A Milan court has convicted three doctors of performing unnecessary surgeries in what the Italian media has dubbed a "clinic of horrors," with the hospital's chief surgeon sentenced to 15 1/2 years in prison.
The court delivered its verdict late Thursday, in what was one of Italy's most notorious cases of health care gone awry. Prosecutors produced evidence that unneeded operations, including amputations, were performed on 83 patients at the Santa Rita clinic in Milan with the aim of getting large reimbursements from the state health system.
The chief surgeon, Pier Paolo Brega Massone, was sentenced to 15 1/2 years in prison. He was accused of causing pain through unnecessary surgery, including on terminally ill patients, with the sole aim of "professional and economic gain."
Two other former surgeons received sentences of six and 10 years.
"Brega Massone is a serial criminal who committed the most terrifying of sins — betraying those who trusted in him, the patients," said Italy's professional association of doctors, which attached a lawsuit to the criminal trial seeking euro3 million ($4.2 million) for alleged damages to the profession.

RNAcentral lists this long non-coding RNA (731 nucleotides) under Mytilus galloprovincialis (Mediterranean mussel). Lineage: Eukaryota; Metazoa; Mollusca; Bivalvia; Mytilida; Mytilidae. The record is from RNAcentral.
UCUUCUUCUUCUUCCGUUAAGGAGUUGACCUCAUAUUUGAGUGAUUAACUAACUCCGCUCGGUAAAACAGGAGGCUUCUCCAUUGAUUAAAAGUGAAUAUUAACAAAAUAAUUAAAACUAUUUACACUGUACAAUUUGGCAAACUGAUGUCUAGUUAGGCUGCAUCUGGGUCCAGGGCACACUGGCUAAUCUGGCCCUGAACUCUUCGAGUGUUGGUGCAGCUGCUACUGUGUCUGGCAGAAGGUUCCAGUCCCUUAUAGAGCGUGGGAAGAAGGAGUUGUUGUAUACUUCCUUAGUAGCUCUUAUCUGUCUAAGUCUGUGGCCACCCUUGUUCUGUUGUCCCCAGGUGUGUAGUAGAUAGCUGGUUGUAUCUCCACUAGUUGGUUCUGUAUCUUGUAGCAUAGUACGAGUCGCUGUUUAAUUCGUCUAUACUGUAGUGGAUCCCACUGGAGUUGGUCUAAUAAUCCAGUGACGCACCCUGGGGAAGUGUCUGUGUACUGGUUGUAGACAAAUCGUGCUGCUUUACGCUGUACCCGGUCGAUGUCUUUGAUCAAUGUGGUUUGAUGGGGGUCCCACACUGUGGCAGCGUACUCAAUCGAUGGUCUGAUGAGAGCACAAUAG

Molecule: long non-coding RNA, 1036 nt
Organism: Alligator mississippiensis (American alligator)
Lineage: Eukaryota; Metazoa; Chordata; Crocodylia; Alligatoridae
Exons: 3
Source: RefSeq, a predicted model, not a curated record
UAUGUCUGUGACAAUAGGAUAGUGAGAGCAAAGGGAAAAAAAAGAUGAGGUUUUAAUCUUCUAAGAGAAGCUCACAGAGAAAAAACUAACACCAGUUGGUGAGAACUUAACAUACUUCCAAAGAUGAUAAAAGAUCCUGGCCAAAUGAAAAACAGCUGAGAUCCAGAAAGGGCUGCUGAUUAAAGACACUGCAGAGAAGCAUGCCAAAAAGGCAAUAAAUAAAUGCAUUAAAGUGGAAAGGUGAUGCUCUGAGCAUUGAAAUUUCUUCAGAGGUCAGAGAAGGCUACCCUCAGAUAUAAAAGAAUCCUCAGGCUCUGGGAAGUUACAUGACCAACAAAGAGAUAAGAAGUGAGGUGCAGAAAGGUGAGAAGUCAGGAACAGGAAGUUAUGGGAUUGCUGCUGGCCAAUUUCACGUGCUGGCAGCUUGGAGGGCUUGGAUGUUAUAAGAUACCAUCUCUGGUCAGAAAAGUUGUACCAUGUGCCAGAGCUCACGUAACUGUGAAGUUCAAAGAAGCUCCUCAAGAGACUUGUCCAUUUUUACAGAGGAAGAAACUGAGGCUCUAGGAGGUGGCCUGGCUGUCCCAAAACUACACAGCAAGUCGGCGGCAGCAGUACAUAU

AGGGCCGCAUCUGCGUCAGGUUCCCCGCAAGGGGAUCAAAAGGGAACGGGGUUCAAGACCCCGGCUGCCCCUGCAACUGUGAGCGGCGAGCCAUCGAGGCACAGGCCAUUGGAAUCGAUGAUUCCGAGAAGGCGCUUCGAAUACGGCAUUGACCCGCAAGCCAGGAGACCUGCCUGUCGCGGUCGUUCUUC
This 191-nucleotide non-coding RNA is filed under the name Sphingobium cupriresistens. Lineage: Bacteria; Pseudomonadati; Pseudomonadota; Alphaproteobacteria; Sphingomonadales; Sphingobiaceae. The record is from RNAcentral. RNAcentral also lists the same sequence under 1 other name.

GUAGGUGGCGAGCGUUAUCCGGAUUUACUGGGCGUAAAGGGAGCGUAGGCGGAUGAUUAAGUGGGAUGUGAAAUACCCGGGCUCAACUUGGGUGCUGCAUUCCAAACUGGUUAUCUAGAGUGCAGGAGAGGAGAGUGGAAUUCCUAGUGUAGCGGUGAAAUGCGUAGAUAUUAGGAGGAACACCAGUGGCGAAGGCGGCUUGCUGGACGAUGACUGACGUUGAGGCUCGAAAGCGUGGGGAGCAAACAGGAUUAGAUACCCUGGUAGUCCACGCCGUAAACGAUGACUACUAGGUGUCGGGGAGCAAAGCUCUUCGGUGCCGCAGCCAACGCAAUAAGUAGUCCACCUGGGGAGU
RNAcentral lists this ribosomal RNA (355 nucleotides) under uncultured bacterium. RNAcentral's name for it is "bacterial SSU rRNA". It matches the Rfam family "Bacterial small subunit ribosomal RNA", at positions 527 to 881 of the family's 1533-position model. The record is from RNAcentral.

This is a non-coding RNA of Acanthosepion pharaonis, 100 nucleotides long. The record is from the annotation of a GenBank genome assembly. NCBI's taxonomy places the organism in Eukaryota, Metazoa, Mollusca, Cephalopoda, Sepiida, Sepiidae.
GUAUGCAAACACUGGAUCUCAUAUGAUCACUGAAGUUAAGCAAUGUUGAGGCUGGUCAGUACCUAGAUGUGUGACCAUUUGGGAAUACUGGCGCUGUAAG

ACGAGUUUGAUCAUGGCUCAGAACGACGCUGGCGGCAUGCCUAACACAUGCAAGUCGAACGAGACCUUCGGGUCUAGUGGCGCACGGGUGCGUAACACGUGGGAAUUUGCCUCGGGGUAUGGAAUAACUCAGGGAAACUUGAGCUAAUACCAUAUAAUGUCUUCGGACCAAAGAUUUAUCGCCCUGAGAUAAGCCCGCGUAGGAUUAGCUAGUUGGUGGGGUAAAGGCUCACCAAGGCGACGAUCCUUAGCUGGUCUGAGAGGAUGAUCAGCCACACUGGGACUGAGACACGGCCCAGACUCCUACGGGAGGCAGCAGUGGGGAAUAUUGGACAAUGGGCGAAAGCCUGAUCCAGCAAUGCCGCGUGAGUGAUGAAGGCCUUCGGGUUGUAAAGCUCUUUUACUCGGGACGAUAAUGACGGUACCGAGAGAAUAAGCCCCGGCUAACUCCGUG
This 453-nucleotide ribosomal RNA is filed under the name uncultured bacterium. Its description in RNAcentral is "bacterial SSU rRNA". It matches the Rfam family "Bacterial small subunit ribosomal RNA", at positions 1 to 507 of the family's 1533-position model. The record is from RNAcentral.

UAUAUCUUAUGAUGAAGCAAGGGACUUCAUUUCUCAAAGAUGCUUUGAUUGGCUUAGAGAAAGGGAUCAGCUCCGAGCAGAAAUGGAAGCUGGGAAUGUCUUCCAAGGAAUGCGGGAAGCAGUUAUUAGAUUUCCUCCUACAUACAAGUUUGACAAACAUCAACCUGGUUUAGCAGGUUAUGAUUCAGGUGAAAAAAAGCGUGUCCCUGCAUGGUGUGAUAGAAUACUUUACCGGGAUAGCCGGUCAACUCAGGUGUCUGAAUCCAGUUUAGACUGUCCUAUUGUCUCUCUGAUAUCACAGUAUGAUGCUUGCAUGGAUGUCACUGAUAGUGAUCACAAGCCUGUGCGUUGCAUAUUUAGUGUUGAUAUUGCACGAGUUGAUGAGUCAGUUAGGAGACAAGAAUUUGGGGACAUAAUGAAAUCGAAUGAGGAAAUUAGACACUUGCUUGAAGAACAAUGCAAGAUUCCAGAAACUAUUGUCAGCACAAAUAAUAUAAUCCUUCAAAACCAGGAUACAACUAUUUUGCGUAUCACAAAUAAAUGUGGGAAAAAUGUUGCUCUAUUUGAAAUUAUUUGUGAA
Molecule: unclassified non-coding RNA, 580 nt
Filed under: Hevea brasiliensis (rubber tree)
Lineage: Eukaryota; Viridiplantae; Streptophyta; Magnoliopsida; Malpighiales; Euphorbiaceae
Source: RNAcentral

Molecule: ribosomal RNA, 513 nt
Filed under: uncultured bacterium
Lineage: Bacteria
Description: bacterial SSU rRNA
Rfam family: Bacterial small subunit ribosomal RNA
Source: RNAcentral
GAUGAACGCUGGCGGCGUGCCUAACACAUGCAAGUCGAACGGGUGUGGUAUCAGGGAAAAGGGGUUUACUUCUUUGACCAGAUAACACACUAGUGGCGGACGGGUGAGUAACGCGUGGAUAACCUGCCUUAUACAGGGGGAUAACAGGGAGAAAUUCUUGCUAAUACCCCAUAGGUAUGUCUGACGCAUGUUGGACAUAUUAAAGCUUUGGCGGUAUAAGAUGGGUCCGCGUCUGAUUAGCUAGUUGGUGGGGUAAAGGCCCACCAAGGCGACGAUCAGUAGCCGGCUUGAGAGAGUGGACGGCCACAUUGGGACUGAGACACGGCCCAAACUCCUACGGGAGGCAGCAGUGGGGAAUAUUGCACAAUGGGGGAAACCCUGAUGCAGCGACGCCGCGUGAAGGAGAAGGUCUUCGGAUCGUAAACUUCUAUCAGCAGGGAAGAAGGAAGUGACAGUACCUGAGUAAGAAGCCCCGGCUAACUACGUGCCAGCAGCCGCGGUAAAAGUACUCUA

The chief surgeon said he was innocent, claiming he was being used as a scapegoat. Brega Massone's lawyer vowed to appeal the conviction.
Several women had breast surgery for what were only cases of inflammation, not cancer. One patient had lung surgery instead of a thyroid operation, and another, elderly man, had part of a lung and lymph nodes removed as he recovered from pneumonia at the hospital. An 83-year-old woman with a pain in her chest had part of a lung removed and it turned out she had pneumonia.
During the trial, prosecutors played some of the intercepted phone conversations from the police investigation.
The doctors were arrested in 2008, after wiretapped conversations indicated that they were eager to do operations. In one such conversation, one of the doctor cursed when told that a 90-year-old patient had been rejected for lung surgery due to breathing difficulties.